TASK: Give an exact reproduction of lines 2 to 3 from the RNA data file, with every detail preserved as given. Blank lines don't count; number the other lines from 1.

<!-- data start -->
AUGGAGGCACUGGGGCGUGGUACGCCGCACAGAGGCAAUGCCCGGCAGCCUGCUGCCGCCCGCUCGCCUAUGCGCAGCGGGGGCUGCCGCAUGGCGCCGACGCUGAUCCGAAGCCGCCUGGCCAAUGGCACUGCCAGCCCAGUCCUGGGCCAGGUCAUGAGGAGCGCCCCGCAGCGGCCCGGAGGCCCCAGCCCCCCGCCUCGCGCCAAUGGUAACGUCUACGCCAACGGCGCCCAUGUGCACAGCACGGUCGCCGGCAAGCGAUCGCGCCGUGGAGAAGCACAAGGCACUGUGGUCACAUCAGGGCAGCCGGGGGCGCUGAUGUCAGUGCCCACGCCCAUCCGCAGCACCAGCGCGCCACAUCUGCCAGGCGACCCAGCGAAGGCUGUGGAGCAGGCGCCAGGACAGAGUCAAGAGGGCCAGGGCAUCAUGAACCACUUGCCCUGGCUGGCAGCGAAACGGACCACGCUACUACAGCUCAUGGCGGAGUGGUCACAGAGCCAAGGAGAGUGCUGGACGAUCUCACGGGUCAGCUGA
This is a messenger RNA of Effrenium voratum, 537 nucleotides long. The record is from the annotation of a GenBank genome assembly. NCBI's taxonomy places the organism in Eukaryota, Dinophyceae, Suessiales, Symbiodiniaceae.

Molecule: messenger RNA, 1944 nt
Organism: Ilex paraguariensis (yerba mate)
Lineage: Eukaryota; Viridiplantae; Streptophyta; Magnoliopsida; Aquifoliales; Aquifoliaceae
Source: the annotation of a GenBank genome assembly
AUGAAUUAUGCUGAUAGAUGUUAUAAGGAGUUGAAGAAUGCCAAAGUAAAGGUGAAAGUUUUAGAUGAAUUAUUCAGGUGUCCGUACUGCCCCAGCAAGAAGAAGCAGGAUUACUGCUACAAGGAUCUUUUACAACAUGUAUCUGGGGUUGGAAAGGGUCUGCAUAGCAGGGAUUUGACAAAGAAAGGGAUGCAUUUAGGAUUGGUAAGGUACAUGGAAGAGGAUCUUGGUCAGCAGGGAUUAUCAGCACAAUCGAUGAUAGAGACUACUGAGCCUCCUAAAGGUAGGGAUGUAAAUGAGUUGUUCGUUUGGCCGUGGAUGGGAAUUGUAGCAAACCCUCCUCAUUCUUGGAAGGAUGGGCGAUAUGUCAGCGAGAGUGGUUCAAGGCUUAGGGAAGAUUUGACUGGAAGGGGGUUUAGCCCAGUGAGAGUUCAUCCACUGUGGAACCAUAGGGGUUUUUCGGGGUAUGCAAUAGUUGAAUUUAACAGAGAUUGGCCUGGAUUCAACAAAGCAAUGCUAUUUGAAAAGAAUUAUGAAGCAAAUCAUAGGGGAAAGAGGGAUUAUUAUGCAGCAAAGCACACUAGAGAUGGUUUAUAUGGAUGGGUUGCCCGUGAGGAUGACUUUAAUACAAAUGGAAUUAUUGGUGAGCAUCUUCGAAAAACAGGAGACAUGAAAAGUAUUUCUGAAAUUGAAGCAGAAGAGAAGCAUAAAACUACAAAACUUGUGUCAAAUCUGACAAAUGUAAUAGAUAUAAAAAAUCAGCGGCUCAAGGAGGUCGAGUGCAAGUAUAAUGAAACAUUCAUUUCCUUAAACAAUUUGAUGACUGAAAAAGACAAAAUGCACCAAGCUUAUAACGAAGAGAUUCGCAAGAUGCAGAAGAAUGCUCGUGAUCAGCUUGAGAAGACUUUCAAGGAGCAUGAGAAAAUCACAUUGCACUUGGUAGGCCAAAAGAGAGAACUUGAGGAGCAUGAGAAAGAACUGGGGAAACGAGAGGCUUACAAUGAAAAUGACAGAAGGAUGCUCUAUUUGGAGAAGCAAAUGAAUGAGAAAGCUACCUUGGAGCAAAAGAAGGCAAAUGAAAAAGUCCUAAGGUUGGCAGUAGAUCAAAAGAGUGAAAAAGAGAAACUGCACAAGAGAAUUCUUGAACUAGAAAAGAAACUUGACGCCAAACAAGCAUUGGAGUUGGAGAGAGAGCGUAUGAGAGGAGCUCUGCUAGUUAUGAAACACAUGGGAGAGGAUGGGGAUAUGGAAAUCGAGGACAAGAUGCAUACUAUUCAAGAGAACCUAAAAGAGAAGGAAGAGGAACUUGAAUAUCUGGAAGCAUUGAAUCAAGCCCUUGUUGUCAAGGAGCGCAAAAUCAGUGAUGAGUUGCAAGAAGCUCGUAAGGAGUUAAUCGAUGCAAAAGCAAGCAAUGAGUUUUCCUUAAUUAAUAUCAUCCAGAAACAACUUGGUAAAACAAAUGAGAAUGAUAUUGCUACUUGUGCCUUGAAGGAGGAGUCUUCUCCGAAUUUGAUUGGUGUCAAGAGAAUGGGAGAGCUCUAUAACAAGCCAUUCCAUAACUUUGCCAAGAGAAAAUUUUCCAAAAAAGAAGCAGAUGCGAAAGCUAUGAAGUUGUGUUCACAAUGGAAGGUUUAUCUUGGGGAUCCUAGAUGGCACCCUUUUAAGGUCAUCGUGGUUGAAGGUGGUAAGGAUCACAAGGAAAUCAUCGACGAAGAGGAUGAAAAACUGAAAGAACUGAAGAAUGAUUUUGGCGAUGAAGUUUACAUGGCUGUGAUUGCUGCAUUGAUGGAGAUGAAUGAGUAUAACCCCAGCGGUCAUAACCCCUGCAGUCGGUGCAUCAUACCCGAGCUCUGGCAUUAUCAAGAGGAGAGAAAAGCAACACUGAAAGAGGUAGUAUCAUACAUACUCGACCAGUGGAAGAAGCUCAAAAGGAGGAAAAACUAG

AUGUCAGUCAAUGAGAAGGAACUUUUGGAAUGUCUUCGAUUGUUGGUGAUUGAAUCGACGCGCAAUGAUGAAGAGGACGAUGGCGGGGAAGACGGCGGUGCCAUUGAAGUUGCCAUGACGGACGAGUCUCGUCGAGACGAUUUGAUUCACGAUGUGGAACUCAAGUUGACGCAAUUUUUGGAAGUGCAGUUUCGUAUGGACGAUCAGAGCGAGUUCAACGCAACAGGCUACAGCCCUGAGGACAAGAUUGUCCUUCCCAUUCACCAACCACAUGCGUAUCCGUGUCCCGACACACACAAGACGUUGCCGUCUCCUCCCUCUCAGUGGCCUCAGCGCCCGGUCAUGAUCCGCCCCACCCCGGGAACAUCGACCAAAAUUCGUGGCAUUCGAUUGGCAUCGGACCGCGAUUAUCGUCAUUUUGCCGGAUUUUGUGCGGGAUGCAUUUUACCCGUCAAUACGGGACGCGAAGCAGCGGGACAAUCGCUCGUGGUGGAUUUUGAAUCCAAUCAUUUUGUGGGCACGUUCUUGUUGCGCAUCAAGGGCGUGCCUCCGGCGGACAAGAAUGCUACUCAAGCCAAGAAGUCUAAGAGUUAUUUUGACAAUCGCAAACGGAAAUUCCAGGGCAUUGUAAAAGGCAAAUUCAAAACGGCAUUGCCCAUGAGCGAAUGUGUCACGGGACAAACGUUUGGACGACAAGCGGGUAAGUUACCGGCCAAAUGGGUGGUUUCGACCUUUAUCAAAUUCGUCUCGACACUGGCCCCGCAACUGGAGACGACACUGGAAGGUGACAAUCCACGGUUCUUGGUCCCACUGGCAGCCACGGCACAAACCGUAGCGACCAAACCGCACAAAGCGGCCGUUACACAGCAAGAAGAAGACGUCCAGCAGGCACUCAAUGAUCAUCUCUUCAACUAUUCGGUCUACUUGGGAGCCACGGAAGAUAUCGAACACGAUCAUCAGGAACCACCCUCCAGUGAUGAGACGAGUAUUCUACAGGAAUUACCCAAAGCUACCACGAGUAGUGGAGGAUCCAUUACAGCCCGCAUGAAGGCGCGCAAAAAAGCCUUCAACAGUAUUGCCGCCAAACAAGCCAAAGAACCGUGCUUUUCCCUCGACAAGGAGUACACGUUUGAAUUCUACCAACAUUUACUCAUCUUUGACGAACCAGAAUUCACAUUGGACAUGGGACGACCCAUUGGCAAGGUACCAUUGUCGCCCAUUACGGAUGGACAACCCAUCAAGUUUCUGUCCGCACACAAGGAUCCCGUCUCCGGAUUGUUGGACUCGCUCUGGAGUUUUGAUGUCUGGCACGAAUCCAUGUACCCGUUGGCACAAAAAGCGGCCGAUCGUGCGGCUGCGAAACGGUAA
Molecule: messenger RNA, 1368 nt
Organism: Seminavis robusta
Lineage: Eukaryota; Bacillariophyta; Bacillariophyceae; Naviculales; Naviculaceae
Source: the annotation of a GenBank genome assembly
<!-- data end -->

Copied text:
This is a messenger RNA of Effrenium voratum, 537 nucleotides long. The record is from the annotation of a GenBank genome assembly. NCBI's taxonomy places the organism in Eukaryota, Dinophyceae, Suessiales, Symbiodiniaceae.

Molecule: messenger RNA, 1944 nt